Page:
Continuum limit of canonical tensor model and general relativity
    17:00 - 17:30, Naoki Sasakura (Yukawa Institute for Theoretical Physics, Kyoto University, Japan)
    Canonical tensor model is a rank-three tensor model formulated as a totally constrained system in Hamilton formalism. The constraints satisfy a non-linear first-class constraint algebra, which has a similar structure as the Dirac algebra in the ADM formalism of GR. We discuss a formal limit, in which the constraint algebra of the canonical tensor model exactly reproduces the Dirac algebra of ADM. The limit is described by an almost diagonal form of a rank-three tensor, and the lowest of a moment expansion of off-diagonal components can be identified with the metric tensor field of GR. We also give a preliminary discussion on a possible dynamical origin of the formal limit.
    Random Tensor Networks and Canonical Tensor Model
    17:30 - 18:00, Yuki Sato (University of the Witwatersrand, South Africa)
    Canonical tensor model (CTM) is a model of dynamical fuzzy space based on the canonical formalism aiming for a model of quantum gravity; a canonically conjugate pair of rank-three tensors with cardinality N are dynamical variables characterising a fuzzy space.
    We have proposed a different and relatively simpler model which is supposed to be related to CTM, i.e.,
    a statistical system on random networks or random tensor networks (RTN), in which rank-three tensors appear as vertices of random networks.
    In this talk I will show that the boundary of the Hamiltonian vector flow of CTM coincides with the phase transition line of RTN at least for N=2. This coincidence happens because the renormalisation-group flow of RTN is given by the Hamiltonian vector flow of CTM, which is true for arbitrary N. My talk is based on the works with Naoki Sasakura (YITP, Japan).

    Parallel Session: Quantum Gravity Phenomenology
    Friday, 16:30 - 18:00, Room: Seminar Room 3
    Chair: Hal Haggard
    Spinning Particles in the Worldline Formalism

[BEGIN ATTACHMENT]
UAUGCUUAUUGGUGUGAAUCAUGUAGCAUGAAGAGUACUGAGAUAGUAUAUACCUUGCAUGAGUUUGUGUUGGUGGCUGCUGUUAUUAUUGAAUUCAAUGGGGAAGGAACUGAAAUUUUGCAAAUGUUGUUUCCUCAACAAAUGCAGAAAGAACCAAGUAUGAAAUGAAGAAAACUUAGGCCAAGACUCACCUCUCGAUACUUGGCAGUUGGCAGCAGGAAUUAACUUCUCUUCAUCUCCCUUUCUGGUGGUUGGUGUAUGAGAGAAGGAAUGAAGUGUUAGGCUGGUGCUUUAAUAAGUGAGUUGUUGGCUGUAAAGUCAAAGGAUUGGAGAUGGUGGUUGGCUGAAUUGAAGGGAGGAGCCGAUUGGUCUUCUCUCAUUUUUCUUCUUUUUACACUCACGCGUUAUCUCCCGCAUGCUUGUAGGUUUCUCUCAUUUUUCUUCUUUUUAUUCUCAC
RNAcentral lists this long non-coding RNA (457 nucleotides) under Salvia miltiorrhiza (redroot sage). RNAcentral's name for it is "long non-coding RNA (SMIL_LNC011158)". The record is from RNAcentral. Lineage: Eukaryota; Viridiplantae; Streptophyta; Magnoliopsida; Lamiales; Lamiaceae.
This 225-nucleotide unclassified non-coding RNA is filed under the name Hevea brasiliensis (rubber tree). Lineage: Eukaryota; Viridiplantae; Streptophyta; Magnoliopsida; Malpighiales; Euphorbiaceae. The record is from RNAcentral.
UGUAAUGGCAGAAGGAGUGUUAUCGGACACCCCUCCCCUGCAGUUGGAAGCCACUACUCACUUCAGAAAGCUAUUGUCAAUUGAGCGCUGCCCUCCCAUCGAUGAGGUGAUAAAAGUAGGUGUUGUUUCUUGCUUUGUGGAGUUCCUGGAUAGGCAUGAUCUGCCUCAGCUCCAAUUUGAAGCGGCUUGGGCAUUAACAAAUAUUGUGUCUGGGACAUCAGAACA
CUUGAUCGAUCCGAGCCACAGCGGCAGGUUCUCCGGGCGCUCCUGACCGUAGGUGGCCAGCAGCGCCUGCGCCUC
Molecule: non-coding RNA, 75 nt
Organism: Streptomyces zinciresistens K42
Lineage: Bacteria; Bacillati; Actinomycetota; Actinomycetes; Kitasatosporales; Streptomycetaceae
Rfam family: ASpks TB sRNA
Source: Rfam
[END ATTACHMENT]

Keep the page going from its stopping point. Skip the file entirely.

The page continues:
16:30 - 17:00, Trevor Rempel (Perimeter Institute, Canada)
    In this talk I present a wordline formulation of the classical spinning particle. After establishing a suitable parameterization of the phase space action I consider the three point interaction vertex and derive a necessary and sufficient condition for consistency. A novel reinterpretation of the model as a classical system of two coupled particles is then presented. I conclude with some preliminary results arising when the phase space is reparameterized in terms of spinors.
    Comparison of primordial tensor power spectra from the deformed algebra and dressed metric approaches in loop quantum cosmology
    17:00 - 17:30, Boris Bolliet (LPSC Grenoble, France)
    Loop quantum cosmology tries to capture the main ideas of loop quantum gravity and to apply them to the Universe as a whole. Two main approaches within this framework have been considered to date for the study of cosmological perturbations: the dressed metric approach and the deformed algebra approach. They both have advantages and drawbacks. In this talk, we will compare their predictions. In particular, we present the computation of the associated primordial tensor power spectra. We will see – numerically and analytically – that the large scale behavior is similar for both approaches and compatible with the usual prediction of general relativity. The small scale behavior is, the other way round, drastically different. Most importantly, in a range of wavenumbers explicitly calculated, both approaches do agree on predictions that, in addition, differ from standard general relativity and do not depend on unknown parameters. These features of the power spectrum at intermediate scales might constitute a universal loop quantum cosmology prediction that can hopefully lead to observational tests and constraints.